Pictured here is Zonatrichia albicollis, the White-throated Sparrow. It belongs in the Family Emberizidae.
You can see the white throat patch for which this species is named. Note the black, brown and white head stripes. They are another useful character.
The region between the base of the bill and the eye in bird anatomy is called the lore. This bird has a yellow loral stripe. To me, they look like yellow eyebrows.
So for quick field identification, if you spot a sparrow with a white throat patch, a white line down the center of its head flanked by brown or black lines, and yellow eyebrows, you are probably looking at a White-throated Sparrow.
This little sparrow is sitting in a young elm tree while he dines on its seeds. White-throated Sparrows like seeds of a wide variety of plants as well as many kinds of insects and their larvae. They like to live in forests and forest margins throughout their range where they forage for their food on the ground and in vegetation.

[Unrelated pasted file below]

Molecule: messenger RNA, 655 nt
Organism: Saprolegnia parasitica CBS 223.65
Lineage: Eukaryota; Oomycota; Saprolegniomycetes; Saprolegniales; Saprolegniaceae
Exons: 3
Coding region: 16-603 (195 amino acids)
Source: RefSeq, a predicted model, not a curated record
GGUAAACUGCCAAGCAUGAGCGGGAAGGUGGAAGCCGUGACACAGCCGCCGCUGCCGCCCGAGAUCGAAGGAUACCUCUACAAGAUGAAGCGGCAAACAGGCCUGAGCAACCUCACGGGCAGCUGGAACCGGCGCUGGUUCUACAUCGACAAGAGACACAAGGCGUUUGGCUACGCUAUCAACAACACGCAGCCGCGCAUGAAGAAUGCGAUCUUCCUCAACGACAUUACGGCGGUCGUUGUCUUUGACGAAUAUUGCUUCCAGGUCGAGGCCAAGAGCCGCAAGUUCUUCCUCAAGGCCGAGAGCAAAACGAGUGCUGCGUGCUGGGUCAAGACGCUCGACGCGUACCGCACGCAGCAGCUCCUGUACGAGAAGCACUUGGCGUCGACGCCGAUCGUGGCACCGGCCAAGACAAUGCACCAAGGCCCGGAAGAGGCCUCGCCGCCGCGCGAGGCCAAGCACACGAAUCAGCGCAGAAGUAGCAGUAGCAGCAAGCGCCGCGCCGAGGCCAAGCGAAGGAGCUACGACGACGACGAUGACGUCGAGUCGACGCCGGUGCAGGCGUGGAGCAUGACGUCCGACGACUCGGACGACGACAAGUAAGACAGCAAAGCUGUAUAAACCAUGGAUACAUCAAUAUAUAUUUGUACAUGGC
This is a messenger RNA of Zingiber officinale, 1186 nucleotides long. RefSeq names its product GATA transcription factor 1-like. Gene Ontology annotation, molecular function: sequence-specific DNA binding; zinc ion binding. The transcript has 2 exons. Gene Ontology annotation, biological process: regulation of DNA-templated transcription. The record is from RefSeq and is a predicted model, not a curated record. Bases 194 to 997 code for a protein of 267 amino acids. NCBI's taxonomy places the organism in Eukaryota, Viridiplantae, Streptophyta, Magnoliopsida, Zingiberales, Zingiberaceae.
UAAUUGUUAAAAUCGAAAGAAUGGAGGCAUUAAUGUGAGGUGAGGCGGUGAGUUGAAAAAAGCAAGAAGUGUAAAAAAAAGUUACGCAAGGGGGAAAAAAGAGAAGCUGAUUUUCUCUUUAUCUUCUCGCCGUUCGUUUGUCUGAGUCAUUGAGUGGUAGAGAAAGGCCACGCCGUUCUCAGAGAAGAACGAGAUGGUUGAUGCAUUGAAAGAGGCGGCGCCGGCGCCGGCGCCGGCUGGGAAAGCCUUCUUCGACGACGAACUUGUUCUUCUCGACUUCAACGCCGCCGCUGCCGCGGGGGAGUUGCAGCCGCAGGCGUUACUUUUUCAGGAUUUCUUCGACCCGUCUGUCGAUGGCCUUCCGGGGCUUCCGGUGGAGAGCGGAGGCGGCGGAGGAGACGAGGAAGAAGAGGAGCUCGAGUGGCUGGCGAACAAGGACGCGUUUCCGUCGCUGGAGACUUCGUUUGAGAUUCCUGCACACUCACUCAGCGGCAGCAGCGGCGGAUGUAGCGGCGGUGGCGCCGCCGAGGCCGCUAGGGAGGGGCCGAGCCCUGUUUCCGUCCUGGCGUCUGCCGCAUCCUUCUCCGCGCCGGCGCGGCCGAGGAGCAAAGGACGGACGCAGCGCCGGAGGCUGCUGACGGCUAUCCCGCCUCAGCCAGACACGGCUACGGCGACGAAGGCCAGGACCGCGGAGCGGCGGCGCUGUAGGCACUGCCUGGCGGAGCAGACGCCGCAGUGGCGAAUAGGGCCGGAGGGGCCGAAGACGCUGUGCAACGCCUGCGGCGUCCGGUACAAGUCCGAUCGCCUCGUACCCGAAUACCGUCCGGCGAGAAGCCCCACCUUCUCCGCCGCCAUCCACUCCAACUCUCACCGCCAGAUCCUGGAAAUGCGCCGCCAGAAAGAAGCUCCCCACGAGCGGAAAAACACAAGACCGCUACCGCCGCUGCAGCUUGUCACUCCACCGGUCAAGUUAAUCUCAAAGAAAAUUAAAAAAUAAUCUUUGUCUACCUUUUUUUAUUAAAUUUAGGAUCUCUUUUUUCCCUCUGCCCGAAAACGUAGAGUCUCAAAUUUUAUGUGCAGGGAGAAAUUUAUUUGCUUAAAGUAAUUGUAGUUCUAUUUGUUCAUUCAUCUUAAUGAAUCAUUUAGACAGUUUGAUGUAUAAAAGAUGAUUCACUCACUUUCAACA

White-throated Sparrows spend the winter in most areas of Texas and migrate to the forested areas of Canada for breeding season. These photgraphs were taken in mid-March when the elm trees are about the only trees with green on them. The elms produce their seeds before they make leaves which gives the White-throated Sparrow something tasty to eat in a largely dormant forest.
You can read more about these interesting little birds at The Cornell Lab of Ornithology.